Seeing Jesus in the Exodus

© William Perry | Dreamstime.com

The Old Testament is to the New Testament as childhood is to adulthood, as shaking the present is to unwrapping it, as training is to the main game.  Exodus is rich with events, people and even objects that point towards Jesus;  from them we can understand more of his identity, his mission, his relationship to us.

So far we’ve met Moses, a man specially chosen and prepared by God to lead his people from cruel oppression under the Egyptian ruler, to obedience to the Creator of the universe.  Moses is a prophet – God speaks directly to him, and through him to God’s people and others.

Moses was both one of God’s people, and one of Egypt’s people – he was therefore able to mediate between them. In these ways, Moses is a picture for us of Jesus, who was chosen and prepared by God to lead all people from the destructiveness of living without God, to the freedom of forgiveness and obedience to him.  Jesus is a prophet, speaking God’s message to those who believe in God, and to those who don’t.  But much more than a prophet, Jesus is both human and God, so he is both the perfect messenger from God to us and the perfect mediator between God and us.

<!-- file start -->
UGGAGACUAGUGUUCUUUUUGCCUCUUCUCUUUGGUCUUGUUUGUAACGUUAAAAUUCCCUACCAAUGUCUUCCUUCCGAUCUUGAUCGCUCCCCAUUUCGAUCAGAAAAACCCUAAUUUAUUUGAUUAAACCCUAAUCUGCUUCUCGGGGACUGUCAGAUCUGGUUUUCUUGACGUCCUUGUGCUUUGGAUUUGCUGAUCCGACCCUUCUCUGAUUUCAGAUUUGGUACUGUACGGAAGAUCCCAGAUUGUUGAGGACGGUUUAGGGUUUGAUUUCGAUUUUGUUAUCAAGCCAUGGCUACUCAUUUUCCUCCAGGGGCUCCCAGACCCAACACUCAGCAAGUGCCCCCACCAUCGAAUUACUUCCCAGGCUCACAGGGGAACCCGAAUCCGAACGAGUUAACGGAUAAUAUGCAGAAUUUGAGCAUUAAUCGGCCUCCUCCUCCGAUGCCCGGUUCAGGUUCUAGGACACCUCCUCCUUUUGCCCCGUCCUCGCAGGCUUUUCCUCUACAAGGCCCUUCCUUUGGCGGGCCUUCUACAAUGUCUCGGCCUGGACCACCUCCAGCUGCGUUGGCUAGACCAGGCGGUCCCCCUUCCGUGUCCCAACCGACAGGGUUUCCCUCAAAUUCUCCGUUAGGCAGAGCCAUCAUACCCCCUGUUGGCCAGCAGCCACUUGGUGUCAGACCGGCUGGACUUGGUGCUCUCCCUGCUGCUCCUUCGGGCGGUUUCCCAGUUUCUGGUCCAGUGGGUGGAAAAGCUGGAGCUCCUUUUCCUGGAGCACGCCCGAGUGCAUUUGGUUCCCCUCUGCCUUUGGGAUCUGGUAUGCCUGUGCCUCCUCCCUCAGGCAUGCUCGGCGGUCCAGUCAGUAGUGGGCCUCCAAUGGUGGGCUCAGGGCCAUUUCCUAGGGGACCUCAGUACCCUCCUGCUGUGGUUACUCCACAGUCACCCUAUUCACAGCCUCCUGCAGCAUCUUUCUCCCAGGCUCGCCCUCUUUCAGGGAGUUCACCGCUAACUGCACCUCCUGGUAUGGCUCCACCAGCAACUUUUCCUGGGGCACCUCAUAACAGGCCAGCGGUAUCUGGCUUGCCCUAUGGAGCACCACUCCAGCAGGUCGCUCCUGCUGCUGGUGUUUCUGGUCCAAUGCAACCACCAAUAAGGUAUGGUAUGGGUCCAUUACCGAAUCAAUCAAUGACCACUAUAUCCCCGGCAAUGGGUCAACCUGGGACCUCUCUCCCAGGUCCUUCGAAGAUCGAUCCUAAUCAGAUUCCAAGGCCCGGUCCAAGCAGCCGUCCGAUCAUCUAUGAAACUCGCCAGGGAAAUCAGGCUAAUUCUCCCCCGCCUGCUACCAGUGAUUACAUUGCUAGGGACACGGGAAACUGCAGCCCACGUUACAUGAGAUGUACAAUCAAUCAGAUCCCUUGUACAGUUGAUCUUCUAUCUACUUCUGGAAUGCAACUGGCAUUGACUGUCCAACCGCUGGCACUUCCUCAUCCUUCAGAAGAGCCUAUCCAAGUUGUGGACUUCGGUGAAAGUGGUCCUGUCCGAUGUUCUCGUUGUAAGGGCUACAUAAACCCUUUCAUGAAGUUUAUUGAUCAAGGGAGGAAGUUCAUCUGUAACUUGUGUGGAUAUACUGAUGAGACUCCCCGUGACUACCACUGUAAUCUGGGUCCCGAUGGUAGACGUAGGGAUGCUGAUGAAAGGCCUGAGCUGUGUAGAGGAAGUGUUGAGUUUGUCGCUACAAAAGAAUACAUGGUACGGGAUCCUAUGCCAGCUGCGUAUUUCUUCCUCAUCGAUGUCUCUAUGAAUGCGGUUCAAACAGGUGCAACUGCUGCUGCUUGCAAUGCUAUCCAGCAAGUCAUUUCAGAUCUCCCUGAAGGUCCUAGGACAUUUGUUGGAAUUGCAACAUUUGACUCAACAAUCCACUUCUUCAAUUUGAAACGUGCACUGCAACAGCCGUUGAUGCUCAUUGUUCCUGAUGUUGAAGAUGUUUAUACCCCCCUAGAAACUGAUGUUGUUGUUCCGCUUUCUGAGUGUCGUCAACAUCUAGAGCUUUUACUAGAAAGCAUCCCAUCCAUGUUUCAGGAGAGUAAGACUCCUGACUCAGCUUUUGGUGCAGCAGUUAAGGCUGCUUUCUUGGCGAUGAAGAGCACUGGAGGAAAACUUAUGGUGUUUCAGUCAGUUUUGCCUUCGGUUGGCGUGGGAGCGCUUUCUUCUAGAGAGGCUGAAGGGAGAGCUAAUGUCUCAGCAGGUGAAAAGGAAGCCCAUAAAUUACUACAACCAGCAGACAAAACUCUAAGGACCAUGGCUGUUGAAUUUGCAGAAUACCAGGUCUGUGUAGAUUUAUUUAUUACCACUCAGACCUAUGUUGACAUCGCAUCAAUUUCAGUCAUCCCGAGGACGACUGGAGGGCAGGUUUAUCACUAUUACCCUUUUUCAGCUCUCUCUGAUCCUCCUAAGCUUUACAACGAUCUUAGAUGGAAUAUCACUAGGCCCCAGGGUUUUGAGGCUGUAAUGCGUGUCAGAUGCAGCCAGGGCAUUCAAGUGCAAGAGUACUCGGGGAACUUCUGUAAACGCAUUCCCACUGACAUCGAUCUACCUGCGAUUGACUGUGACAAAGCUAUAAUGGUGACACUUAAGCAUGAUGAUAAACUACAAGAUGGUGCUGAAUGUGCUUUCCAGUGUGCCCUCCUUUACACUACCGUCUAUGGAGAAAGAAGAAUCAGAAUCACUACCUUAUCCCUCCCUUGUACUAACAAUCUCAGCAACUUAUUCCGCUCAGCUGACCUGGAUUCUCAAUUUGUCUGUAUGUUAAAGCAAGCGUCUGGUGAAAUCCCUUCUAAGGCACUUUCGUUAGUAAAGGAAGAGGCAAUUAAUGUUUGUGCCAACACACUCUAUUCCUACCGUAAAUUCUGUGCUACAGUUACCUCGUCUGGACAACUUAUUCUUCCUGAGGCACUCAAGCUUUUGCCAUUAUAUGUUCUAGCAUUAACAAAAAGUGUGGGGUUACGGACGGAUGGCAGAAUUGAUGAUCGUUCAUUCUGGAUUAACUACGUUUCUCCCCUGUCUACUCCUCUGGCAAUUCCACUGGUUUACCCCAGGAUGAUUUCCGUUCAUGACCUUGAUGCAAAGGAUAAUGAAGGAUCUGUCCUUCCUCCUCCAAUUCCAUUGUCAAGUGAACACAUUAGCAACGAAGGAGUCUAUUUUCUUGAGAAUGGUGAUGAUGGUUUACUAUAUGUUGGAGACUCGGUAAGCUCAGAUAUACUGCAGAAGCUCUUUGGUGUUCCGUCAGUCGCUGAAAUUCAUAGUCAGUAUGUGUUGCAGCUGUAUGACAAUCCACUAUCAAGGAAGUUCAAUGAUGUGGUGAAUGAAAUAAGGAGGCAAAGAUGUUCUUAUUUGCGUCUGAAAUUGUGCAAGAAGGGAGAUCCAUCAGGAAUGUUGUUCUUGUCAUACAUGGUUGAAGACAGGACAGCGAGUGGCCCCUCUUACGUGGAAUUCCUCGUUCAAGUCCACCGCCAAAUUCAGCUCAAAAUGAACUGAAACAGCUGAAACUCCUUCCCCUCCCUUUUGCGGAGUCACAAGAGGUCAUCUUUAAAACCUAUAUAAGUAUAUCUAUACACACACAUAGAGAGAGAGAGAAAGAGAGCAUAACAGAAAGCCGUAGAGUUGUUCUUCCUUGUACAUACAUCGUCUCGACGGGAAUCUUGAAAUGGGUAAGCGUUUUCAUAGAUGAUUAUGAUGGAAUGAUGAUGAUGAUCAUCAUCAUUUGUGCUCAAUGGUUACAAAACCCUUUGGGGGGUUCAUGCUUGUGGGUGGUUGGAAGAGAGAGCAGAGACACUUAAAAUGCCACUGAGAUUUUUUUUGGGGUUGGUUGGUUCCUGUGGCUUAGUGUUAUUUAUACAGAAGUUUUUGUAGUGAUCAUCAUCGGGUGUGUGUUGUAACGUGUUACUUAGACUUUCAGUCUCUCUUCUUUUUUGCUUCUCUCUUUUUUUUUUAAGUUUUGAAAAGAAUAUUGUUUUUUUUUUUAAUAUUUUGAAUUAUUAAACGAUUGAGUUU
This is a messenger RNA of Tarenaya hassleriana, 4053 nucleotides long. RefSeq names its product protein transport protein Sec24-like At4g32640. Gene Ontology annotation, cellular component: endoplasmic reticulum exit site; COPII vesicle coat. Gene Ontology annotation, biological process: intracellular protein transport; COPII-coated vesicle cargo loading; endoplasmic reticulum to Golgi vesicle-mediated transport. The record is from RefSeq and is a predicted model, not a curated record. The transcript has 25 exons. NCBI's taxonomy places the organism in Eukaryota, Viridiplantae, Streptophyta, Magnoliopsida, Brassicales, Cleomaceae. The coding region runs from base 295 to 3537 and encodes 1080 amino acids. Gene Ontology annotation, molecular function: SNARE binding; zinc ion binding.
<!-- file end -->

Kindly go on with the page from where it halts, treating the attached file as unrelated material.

In Exodus we’ve seen the innocent lamb that was slaughtered in place of the firstborn son of each household;  hinting of Jesus, who was innocent of disobeying or disrespecting God, but was executed in place of us, who have done both.  Last week, we heard about the bread from heaven that God supplied to his people when they were starving in the desert – in John 6 Jesus says that he is the bread of heaven that gives life to the world.

Today, in Exodus 17:1-7, God’s people have no water again, but instead of trusting God to provide, they ridiculously accuse Moses of deliberately leading them to the desert so their children and cattle can die there.  God’s answer is to supply a rock;  Moses is to strike it, and from it water will gush to give life to the people.  How does this incident point us to Jesus?

- Katie Peken

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